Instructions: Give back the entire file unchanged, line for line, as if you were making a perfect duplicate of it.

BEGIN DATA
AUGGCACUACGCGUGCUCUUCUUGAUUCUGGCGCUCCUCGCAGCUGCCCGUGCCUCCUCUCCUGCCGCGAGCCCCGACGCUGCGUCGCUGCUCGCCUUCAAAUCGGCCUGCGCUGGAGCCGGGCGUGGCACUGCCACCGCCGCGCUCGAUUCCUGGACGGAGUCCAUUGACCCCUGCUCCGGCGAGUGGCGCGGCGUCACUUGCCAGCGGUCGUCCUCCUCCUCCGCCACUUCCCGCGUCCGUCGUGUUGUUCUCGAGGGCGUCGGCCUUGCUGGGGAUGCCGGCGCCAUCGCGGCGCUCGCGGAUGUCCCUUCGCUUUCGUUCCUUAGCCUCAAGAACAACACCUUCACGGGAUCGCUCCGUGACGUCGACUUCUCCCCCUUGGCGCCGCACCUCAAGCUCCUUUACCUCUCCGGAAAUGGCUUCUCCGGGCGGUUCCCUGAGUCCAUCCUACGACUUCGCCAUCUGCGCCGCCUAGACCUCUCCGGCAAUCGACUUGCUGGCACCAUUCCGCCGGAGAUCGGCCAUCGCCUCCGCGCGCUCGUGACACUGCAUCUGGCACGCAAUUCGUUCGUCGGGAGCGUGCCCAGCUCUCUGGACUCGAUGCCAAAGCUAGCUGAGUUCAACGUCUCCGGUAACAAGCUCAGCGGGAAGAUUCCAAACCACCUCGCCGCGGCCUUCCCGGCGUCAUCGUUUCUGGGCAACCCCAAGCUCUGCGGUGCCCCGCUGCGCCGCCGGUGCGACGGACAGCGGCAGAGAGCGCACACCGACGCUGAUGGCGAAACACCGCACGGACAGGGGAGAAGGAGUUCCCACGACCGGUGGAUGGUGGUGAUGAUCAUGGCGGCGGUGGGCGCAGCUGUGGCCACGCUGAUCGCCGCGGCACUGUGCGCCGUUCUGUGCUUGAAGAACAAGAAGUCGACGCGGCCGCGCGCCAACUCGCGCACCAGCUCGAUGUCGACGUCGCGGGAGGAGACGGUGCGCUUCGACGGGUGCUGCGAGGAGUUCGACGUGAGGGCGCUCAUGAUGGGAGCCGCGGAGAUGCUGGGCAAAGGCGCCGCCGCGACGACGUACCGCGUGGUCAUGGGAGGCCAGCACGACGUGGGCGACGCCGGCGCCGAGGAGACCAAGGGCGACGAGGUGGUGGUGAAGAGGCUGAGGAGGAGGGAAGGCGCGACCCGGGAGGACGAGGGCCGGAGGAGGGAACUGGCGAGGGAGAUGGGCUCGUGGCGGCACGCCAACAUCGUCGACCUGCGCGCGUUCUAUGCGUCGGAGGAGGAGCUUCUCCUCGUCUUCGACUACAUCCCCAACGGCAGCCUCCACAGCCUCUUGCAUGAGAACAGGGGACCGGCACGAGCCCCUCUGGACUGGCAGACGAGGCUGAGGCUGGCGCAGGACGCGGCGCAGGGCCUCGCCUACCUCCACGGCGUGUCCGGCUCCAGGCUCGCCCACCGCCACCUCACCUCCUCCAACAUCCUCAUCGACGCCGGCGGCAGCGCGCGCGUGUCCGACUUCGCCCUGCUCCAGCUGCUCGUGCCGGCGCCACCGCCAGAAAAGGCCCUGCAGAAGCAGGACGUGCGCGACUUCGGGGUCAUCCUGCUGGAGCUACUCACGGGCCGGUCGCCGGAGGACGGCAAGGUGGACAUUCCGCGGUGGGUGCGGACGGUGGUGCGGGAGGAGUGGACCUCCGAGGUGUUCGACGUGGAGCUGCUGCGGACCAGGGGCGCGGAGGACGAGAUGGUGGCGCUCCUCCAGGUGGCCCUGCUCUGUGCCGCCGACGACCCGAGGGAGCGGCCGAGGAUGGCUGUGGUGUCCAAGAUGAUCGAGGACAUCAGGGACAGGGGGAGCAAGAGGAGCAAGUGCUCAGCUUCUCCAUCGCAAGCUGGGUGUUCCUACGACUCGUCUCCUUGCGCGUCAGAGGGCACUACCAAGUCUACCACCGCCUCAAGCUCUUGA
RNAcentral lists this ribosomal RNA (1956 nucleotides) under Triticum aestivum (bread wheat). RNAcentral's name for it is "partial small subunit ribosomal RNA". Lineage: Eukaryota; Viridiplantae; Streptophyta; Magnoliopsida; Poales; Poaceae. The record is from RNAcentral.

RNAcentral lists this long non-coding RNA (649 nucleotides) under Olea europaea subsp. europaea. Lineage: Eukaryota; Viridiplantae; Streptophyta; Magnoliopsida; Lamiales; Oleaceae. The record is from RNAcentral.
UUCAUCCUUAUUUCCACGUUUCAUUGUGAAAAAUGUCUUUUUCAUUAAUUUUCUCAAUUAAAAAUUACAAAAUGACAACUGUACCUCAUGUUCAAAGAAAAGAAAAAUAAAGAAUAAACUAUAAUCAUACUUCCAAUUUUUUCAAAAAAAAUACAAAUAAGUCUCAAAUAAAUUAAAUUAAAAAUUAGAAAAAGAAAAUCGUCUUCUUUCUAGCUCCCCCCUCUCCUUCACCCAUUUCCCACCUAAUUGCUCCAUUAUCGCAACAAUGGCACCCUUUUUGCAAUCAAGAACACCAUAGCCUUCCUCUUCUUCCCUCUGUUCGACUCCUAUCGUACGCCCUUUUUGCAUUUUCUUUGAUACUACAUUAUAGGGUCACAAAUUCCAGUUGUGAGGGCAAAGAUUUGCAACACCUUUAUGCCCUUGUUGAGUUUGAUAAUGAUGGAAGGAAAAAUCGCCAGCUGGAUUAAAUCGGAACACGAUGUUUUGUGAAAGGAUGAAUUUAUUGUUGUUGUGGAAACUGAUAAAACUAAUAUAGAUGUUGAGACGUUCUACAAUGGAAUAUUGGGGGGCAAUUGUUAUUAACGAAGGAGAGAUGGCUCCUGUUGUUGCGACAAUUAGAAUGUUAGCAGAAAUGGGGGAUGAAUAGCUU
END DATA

AUGGCACUACGCGUGCUCUUCUUGAUUCUGGCGCUCCUCGCAGCUGCCCGUGCCUCCUCUCCUGCCGCGAGCCCCGACGCUGCGUCGCUGCUCGCCUUCAAAUCGGCCUGCGCUGGAGCCGGGCGUGGCACUGCCACCGCCGCGCUCGAUUCCUGGACGGAGUCCAUUGACCCCUGCUCCGGCGAGUGGCGCGGCGUCACUUGCCAGCGGUCGUCCUCCUCCUCCGCCACUUCCCGCGUCCGUCGUGUUGUUCUCGAGGGCGUCGGCCUUGCUGGGGAUGCCGGCGCCAUCGCGGCGCUCGCGGAUGUCCCUUCGCUUUCGUUCCUUAGCCUCAAGAACAACACCUUCACGGGAUCGCUCCGUGACGUCGACUUCUCCCCCUUGGCGCCGCACCUCAAGCUCCUUUACCUCUCCGGAAAUGGCUUCUCCGGGCGGUUCCCUGAGUCCAUCCUACGACUUCGCCAUCUGCGCCGCCUAGACCUCUCCGGCAAUCGACUUGCUGGCACCAUUCCGCCGGAGAUCGGCCAUCGCCUCCGCGCGCUCGUGACACUGCAUCUGGCACGCAAUUCGUUCGUCGGGAGCGUGCCCAGCUCUCUGGACUCGAUGCCAAAGCUAGCUGAGUUCAACGUCUCCGGUAACAAGCUCAGCGGGAAGAUUCCAAACCACCUCGCCGCGGCCUUCCCGGCGUCAUCGUUUCUGGGCAACCCCAAGCUCUGCGGUGCCCCGCUGCGCCGCCGGUGCGACGGACAGCGGCAGAGAGCGCACACCGACGCUGAUGGCGAAACACCGCACGGACAGGGGAGAAGGAGUUCCCACGACCGGUGGAUGGUGGUGAUGAUCAUGGCGGCGGUGGGCGCAGCUGUGGCCACGCUGAUCGCCGCGGCACUGUGCGCCGUUCUGUGCUUGAAGAACAAGAAGUCGACGCGGCCGCGCGCCAACUCGCGCACCAGCUCGAUGUCGACGUCGCGGGAGGAGACGGUGCGCUUCGACGGGUGCUGCGAGGAGUUCGACGUGAGGGCGCUCAUGAUGGGAGCCGCGGAGAUGCUGGGCAAAGGCGCCGCCGCGACGACGUACCGCGUGGUCAUGGGAGGCCAGCACGACGUGGGCGACGCCGGCGCCGAGGAGACCAAGGGCGACGAGGUGGUGGUGAAGAGGCUGAGGAGGAGGGAAGGCGCGACCCGGGAGGACGAGGGCCGGAGGAGGGAACUGGCGAGGGAGAUGGGCUCGUGGCGGCACGCCAACAUCGUCGACCUGCGCGCGUUCUAUGCGUCGGAGGAGGAGCUUCUCCUCGUCUUCGACUACAUCCCCAACGGCAGCCUCCACAGCCUCUUGCAUGAGAACAGGGGACCGGCACGAGCCCCUCUGGACUGGCAGACGAGGCUGAGGCUGGCGCAGGACGCGGCGCAGGGCCUCGCCUACCUCCACGGCGUGUCCGGCUCCAGGCUCGCCCACCGCCACCUCACCUCCUCCAACAUCCUCAUCGACGCCGGCGGCAGCGCGCGCGUGUCCGACUUCGCCCUGCUCCAGCUGCUCGUGCCGGCGCCACCGCCAGAAAAGGCCCUGCAGAAGCAGGACGUGCGCGACUUCGGGGUCAUCCUGCUGGAGCUACUCACGGGCCGGUCGCCGGAGGACGGCAAGGUGGACAUUCCGCGGUGGGUGCGGACGGUGGUGCGGGAGGAGUGGACCUCCGAGGUGUUCGACGUGGAGCUGCUGCGGACCAGGGGCGCGGAGGACGAGAUGGUGGCGCUCCUCCAGGUGGCCCUGCUCUGUGCCGCCGACGACCCGAGGGAGCGGCCGAGGAUGGCUGUGGUGUCCAAGAUGAUCGAGGACAUCAGGGACAGGGGGAGCAAGAGGAGCAAGUGCUCAGCUUCUCCAUCGCAAGCUGGGUGUUCCUACGACUCGUCUCCUUGCGCGUCAGAGGGCACUACCAAGUCUACCACCGCCUCAAGCUCUUGA
RNAcentral lists this ribosomal RNA (1956 nucleotides) under Triticum aestivum (bread wheat). RNAcentral's name for it is "partial small subunit ribosomal RNA". Lineage: Eukaryota; Viridiplantae; Streptophyta; Magnoliopsida; Poales; Poaceae. The record is from RNAcentral.

RNAcentral lists this long non-coding RNA (649 nucleotides) under Olea europaea subsp. europaea. Lineage: Eukaryota; Viridiplantae; Streptophyta; Magnoliopsida; Lamiales; Oleaceae. The record is from RNAcentral.
UUCAUCCUUAUUUCCACGUUUCAUUGUGAAAAAUGUCUUUUUCAUUAAUUUUCUCAAUUAAAAAUUACAAAAUGACAACUGUACCUCAUGUUCAAAGAAAAGAAAAAUAAAGAAUAAACUAUAAUCAUACUUCCAAUUUUUUCAAAAAAAAUACAAAUAAGUCUCAAAUAAAUUAAAUUAAAAAUUAGAAAAAGAAAAUCGUCUUCUUUCUAGCUCCCCCCUCUCCUUCACCCAUUUCCCACCUAAUUGCUCCAUUAUCGCAACAAUGGCACCCUUUUUGCAAUCAAGAACACCAUAGCCUUCCUCUUCUUCCCUCUGUUCGACUCCUAUCGUACGCCCUUUUUGCAUUUUCUUUGAUACUACAUUAUAGGGUCACAAAUUCCAGUUGUGAGGGCAAAGAUUUGCAACACCUUUAUGCCCUUGUUGAGUUUGAUAAUGAUGGAAGGAAAAAUCGCCAGCUGGAUUAAAUCGGAACACGAUGUUUUGUGAAAGGAUGAAUUUAUUGUUGUUGUGGAAACUGAUAAAACUAAUAUAGAUGUUGAGACGUUCUACAAUGGAAUAUUGGGGGGCAAUUGUUAUUAACGAAGGAGAGAUGGCUCCUGUUGUUGCGACAAUUAGAAUGUUAGCAGAAAUGGGGGAUGAAUAGCUU